These internal difficulties have been exacerbated by foreign policy problems. Perhaps unrealistic, the regime decided to pursue projects to form a close alliance with new revolutionary governments in neighboring Laos and Cambodia (Kampuchea). Such plans risked not only the hostility of the United States, but also those of China, which had its own interests in those countries. When German-Vietnamese relations became angry, Hanoi addressed Moscow and signed a treaty of friendship and cooperation with the Soviet Union. Meanwhile, relations with the democratic revolutionary government Kampuchea (Red Khmer) in Cambodia quickly deteriorated by rejecting Hanois` offer of a close relationship between the three countries that once formed French Indochina. In December 1978, the border savage fighting culminated in a Vietnamese invasion of Cambodia. The Khmer Rouge were ousted from power and a pro-Vietnamese government was installed in Phnom Penh. The United States has pledged to prevent South Vietnam from falling into communist hands. At first, the United States operated behind the scenes, but after 1964, it sent combat troops and became deeper into the war. Chou and Nong Kimny met three days later, on July 17. On this occasion, Chou was clearly less conciliatory (as Nong Kimny reported) and explained China`s position in terms of requests rather than proposals. He called on the Cambodian government to integrate elements of resistance into the army, police and civil service. But he refrained from focusing on Cambodia`s future security position.
In a veiled warning, Chou said that if Cambodia were to join the pact, allow foreign bases on its territory or accept U.S. military instructors, “the consequences would be very serious and would worsen the situation with unfortunate consequences on Cambodia`s independence and territorial integrity” (Smith`s Paraphrase). Cambodia could have French or British instructors, Chou said. But its triple restriction, clearly directed towards insurance against the future Cambodia-U.S. The defence band remained – and, he added, it also applied to Laos and Vietnam. The driving force behind China`s desire to lead Asia at the Geneva conference was that negotiated solutions were possible for all remaining global problems. At the time of Geneva, Beijing was already involved in the ceasefire in Korea, an agreement with India on Tibet and declarations of mutual respect that were made bilaterally with India and Burma. In addition, China had already partnered with Moscow in September 1953 to support negotiations on the Indochina War, while the Sino-Indian and Sino-Burmese declarations also contained calls for a quick solution.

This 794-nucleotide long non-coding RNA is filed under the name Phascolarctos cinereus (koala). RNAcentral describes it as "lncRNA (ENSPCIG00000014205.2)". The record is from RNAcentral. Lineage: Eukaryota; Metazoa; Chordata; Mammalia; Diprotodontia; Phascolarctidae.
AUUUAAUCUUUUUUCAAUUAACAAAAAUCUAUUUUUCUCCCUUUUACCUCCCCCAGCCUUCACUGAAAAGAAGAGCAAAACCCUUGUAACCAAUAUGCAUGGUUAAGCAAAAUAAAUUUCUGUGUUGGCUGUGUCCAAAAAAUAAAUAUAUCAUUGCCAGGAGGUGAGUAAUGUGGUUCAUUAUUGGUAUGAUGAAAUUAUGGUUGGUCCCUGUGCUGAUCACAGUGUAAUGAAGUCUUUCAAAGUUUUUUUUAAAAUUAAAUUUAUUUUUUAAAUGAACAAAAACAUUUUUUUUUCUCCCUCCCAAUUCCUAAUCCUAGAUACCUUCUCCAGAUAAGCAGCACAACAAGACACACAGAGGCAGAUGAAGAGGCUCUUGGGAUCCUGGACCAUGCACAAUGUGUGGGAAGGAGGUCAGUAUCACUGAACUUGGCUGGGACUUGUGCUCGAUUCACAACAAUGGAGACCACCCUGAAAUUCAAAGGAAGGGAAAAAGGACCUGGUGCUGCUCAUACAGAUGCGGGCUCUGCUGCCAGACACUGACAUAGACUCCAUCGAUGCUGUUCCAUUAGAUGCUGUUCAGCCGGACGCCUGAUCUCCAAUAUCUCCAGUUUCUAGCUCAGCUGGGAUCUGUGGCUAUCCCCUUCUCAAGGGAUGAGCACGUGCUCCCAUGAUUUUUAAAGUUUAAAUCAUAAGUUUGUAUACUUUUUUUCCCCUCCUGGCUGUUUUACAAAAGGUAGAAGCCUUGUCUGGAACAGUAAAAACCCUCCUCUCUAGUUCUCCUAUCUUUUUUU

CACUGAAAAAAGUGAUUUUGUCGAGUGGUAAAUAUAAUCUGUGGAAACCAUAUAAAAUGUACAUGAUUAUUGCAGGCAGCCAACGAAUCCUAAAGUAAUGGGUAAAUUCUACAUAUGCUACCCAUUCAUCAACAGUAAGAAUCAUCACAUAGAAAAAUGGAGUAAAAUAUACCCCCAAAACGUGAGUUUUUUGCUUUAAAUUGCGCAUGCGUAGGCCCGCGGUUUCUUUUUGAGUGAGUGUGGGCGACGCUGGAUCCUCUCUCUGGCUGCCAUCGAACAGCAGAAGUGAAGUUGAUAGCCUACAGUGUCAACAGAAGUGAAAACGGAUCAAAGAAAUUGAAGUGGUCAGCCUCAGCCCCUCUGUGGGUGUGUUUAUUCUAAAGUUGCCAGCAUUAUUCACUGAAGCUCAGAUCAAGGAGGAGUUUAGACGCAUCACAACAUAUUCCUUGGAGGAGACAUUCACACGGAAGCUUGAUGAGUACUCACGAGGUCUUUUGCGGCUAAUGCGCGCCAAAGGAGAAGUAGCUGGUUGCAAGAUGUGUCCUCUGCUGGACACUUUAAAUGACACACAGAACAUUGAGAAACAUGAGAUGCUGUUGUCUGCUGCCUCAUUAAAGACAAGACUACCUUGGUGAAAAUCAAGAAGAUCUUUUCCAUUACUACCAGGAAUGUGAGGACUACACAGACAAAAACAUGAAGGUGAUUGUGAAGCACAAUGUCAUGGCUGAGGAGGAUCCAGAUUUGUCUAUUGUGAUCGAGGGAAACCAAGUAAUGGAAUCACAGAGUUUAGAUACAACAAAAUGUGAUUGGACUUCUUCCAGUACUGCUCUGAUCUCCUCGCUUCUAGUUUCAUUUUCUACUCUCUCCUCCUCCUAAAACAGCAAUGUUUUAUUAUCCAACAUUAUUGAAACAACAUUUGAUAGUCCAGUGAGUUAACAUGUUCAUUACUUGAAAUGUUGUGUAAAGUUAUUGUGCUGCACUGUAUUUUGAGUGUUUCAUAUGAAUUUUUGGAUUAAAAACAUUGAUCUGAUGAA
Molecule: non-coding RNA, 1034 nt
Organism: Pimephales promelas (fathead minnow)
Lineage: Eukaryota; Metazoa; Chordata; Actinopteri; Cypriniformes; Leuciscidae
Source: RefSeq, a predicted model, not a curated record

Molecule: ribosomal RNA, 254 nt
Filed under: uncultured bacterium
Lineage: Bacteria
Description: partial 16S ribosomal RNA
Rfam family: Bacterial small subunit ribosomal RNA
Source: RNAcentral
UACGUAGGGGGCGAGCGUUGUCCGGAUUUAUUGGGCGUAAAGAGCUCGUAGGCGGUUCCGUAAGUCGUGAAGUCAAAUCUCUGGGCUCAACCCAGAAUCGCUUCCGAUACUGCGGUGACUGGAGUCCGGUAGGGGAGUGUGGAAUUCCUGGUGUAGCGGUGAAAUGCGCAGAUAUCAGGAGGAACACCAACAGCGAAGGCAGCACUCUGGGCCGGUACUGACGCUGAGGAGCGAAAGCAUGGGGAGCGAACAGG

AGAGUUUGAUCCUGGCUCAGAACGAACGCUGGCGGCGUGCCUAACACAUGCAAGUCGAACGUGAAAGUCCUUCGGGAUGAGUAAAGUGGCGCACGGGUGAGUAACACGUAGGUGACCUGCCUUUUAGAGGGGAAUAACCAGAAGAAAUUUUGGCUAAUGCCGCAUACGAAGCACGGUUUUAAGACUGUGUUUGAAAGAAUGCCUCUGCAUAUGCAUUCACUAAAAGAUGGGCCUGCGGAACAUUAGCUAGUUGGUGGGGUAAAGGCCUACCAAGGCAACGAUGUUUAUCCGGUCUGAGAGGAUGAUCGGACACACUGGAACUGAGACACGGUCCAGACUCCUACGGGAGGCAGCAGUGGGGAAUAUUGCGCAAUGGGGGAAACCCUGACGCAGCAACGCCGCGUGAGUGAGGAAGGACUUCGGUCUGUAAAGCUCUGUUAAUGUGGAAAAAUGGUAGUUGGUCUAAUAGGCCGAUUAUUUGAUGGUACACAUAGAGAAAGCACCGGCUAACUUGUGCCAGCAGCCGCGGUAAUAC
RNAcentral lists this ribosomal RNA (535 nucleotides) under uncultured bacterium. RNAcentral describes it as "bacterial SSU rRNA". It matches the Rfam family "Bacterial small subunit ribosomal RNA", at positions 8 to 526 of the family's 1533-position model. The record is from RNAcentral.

The important role played by Chou En-Lai in Geneva not only confirmed China`s interest in peace, but also founded China`s reputation as a flexible negotiator, ready to negotiate disputes and make concessions to resolve them. After the end of the conference, Beijing said the conference had proved that the negotiations could resolve other east-west problems, such as a final settlement of Korea, arms control, proliferation of nuclear weapons, German unification and European security. The fact that Moscow may have been involved in a major war, however, does not address the incentives it might have had when the ceasefire was concluded.